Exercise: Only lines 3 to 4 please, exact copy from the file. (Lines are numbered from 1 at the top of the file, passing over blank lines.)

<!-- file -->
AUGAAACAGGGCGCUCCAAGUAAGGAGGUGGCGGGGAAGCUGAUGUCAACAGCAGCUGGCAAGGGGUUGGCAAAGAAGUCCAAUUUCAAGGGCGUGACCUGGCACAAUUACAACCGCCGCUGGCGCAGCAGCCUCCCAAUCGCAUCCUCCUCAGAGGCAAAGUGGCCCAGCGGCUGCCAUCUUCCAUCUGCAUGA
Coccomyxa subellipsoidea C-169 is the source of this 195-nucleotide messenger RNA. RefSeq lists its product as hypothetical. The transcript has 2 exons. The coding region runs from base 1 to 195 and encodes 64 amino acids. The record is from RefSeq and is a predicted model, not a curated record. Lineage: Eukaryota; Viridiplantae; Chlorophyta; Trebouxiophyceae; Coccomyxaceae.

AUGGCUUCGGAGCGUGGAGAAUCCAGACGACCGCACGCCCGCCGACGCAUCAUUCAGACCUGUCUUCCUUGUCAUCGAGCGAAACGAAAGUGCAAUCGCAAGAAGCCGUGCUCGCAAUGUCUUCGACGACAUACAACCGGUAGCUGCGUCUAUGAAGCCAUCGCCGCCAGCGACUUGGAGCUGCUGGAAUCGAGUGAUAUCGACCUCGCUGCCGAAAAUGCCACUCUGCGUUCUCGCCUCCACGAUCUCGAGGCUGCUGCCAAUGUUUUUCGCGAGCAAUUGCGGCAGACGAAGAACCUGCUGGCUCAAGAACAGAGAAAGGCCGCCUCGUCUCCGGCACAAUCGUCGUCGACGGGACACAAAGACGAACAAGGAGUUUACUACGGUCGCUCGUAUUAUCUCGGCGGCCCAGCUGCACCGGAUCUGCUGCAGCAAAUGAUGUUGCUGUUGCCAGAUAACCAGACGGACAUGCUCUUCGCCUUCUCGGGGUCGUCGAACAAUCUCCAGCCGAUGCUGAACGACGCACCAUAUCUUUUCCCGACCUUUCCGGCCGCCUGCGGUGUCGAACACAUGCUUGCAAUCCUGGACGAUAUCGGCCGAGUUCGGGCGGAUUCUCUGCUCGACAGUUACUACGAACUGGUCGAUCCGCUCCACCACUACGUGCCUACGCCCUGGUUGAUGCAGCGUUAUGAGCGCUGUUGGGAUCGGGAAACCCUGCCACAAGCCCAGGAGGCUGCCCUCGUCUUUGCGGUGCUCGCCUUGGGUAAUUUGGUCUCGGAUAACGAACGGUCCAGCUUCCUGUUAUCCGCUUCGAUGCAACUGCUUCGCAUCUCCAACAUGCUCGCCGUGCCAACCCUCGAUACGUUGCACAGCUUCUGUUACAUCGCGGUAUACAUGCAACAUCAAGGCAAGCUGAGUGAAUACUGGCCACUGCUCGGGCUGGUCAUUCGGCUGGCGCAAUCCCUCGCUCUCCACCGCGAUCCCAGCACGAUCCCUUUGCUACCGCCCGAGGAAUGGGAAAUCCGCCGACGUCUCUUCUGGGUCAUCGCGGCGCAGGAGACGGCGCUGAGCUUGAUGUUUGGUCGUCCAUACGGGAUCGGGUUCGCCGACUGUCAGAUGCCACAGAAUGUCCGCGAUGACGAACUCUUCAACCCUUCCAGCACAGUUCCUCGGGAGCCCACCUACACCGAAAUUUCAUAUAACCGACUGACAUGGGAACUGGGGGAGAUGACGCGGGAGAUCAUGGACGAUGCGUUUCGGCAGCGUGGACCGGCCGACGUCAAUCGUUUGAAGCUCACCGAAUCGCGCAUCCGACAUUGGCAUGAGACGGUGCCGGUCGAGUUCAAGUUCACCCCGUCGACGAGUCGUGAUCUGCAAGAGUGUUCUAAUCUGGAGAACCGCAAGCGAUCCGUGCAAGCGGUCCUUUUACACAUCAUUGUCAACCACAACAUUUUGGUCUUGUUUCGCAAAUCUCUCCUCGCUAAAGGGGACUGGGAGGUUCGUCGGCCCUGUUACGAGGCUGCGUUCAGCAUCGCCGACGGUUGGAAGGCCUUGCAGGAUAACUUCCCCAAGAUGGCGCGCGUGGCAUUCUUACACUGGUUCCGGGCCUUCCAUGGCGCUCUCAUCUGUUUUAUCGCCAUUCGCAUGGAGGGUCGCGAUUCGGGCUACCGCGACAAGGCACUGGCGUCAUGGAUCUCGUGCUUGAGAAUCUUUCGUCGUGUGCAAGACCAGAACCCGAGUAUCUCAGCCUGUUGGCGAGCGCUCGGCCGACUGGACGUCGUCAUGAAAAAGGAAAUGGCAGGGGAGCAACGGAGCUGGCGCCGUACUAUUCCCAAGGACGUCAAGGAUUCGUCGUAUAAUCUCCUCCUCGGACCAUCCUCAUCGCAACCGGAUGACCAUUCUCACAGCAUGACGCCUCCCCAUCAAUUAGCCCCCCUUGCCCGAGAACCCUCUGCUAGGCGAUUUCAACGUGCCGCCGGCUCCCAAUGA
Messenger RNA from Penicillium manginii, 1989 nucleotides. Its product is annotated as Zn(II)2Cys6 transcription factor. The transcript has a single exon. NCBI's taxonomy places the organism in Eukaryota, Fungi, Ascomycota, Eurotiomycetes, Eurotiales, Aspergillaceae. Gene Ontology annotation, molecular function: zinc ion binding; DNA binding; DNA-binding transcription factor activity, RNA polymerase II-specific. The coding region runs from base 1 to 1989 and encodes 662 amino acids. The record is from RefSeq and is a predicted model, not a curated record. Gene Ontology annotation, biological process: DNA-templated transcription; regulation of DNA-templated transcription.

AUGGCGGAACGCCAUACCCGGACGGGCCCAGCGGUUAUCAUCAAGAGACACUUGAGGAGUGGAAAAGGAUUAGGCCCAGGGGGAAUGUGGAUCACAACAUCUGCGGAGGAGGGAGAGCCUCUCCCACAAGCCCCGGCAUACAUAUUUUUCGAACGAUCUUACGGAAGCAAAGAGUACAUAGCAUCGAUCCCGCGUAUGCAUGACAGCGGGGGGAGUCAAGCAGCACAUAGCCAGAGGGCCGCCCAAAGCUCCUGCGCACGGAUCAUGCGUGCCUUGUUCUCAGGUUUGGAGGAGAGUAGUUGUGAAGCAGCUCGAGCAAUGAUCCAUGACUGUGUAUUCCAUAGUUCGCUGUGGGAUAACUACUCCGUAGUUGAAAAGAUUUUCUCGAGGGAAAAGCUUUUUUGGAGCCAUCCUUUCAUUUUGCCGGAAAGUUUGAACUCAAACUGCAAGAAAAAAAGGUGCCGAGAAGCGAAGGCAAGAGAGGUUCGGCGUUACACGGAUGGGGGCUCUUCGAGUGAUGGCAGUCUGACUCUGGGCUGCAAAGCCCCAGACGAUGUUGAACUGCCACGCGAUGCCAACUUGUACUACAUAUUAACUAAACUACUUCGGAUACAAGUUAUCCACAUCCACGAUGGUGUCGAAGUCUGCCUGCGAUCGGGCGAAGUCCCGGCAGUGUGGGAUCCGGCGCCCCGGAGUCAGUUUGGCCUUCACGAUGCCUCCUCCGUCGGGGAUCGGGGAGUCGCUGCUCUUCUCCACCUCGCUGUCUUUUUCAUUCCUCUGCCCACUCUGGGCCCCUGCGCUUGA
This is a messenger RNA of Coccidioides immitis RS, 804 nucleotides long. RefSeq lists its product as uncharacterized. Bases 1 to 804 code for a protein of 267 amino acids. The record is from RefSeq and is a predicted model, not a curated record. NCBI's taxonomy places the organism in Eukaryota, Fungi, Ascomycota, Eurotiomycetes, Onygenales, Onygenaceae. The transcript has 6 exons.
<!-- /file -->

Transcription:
AUGGCUUCGGAGCGUGGAGAAUCCAGACGACCGCACGCCCGCCGACGCAUCAUUCAGACCUGUCUUCCUUGUCAUCGAGCGAAACGAAAGUGCAAUCGCAAGAAGCCGUGCUCGCAAUGUCUUCGACGACAUACAACCGGUAGCUGCGUCUAUGAAGCCAUCGCCGCCAGCGACUUGGAGCUGCUGGAAUCGAGUGAUAUCGACCUCGCUGCCGAAAAUGCCACUCUGCGUUCUCGCCUCCACGAUCUCGAGGCUGCUGCCAAUGUUUUUCGCGAGCAAUUGCGGCAGACGAAGAACCUGCUGGCUCAAGAACAGAGAAAGGCCGCCUCGUCUCCGGCACAAUCGUCGUCGACGGGACACAAAGACGAACAAGGAGUUUACUACGGUCGCUCGUAUUAUCUCGGCGGCCCAGCUGCACCGGAUCUGCUGCAGCAAAUGAUGUUGCUGUUGCCAGAUAACCAGACGGACAUGCUCUUCGCCUUCUCGGGGUCGUCGAACAAUCUCCAGCCGAUGCUGAACGACGCACCAUAUCUUUUCCCGACCUUUCCGGCCGCCUGCGGUGUCGAACACAUGCUUGCAAUCCUGGACGAUAUCGGCCGAGUUCGGGCGGAUUCUCUGCUCGACAGUUACUACGAACUGGUCGAUCCGCUCCACCACUACGUGCCUACGCCCUGGUUGAUGCAGCGUUAUGAGCGCUGUUGGGAUCGGGAAACCCUGCCACAAGCCCAGGAGGCUGCCCUCGUCUUUGCGGUGCUCGCCUUGGGUAAUUUGGUCUCGGAUAACGAACGGUCCAGCUUCCUGUUAUCCGCUUCGAUGCAACUGCUUCGCAUCUCCAACAUGCUCGCCGUGCCAACCCUCGAUACGUUGCACAGCUUCUGUUACAUCGCGGUAUACAUGCAACAUCAAGGCAAGCUGAGUGAAUACUGGCCACUGCUCGGGCUGGUCAUUCGGCUGGCGCAAUCCCUCGCUCUCCACCGCGAUCCCAGCACGAUCCCUUUGCUACCGCCCGAGGAAUGGGAAAUCCGCCGACGUCUCUUCUGGGUCAUCGCGGCGCAGGAGACGGCGCUGAGCUUGAUGUUUGGUCGUCCAUACGGGAUCGGGUUCGCCGACUGUCAGAUGCCACAGAAUGUCCGCGAUGACGAACUCUUCAACCCUUCCAGCACAGUUCCUCGGGAGCCCACCUACACCGAAAUUUCAUAUAACCGACUGACAUGGGAACUGGGGGAGAUGACGCGGGAGAUCAUGGACGAUGCGUUUCGGCAGCGUGGACCGGCCGACGUCAAUCGUUUGAAGCUCACCGAAUCGCGCAUCCGACAUUGGCAUGAGACGGUGCCGGUCGAGUUCAAGUUCACCCCGUCGACGAGUCGUGAUCUGCAAGAGUGUUCUAAUCUGGAGAACCGCAAGCGAUCCGUGCAAGCGGUCCUUUUACACAUCAUUGUCAACCACAACAUUUUGGUCUUGUUUCGCAAAUCUCUCCUCGCUAAAGGGGACUGGGAGGUUCGUCGGCCCUGUUACGAGGCUGCGUUCAGCAUCGCCGACGGUUGGAAGGCCUUGCAGGAUAACUUCCCCAAGAUGGCGCGCGUGGCAUUCUUACACUGGUUCCGGGCCUUCCAUGGCGCUCUCAUCUGUUUUAUCGCCAUUCGCAUGGAGGGUCGCGAUUCGGGCUACCGCGACAAGGCACUGGCGUCAUGGAUCUCGUGCUUGAGAAUCUUUCGUCGUGUGCAAGACCAGAACCCGAGUAUCUCAGCCUGUUGGCGAGCGCUCGGCCGACUGGACGUCGUCAUGAAAAAGGAAAUGGCAGGGGAGCAACGGAGCUGGCGCCGUACUAUUCCCAAGGACGUCAAGGAUUCGUCGUAUAAUCUCCUCCUCGGACCAUCCUCAUCGCAACCGGAUGACCAUUCUCACAGCAUGACGCCUCCCCAUCAAUUAGCCCCCCUUGCCCGAGAACCCUCUGCUAGGCGAUUUCAACGUGCCGCCGGCUCCCAAUGA
Messenger RNA from Penicillium manginii, 1989 nucleotides. Its product is annotated as Zn(II)2Cys6 transcription factor. The transcript has a single exon. NCBI's taxonomy places the organism in Eukaryota, Fungi, Ascomycota, Eurotiomycetes, Eurotiales, Aspergillaceae. Gene Ontology annotation, molecular function: zinc ion binding; DNA binding; DNA-binding transcription factor activity, RNA polymerase II-specific. The coding region runs from base 1 to 1989 and encodes 662 amino acids. The record is from RefSeq and is a predicted model, not a curated record. Gene Ontology annotation, biological process: DNA-templated transcription; regulation of DNA-templated transcription.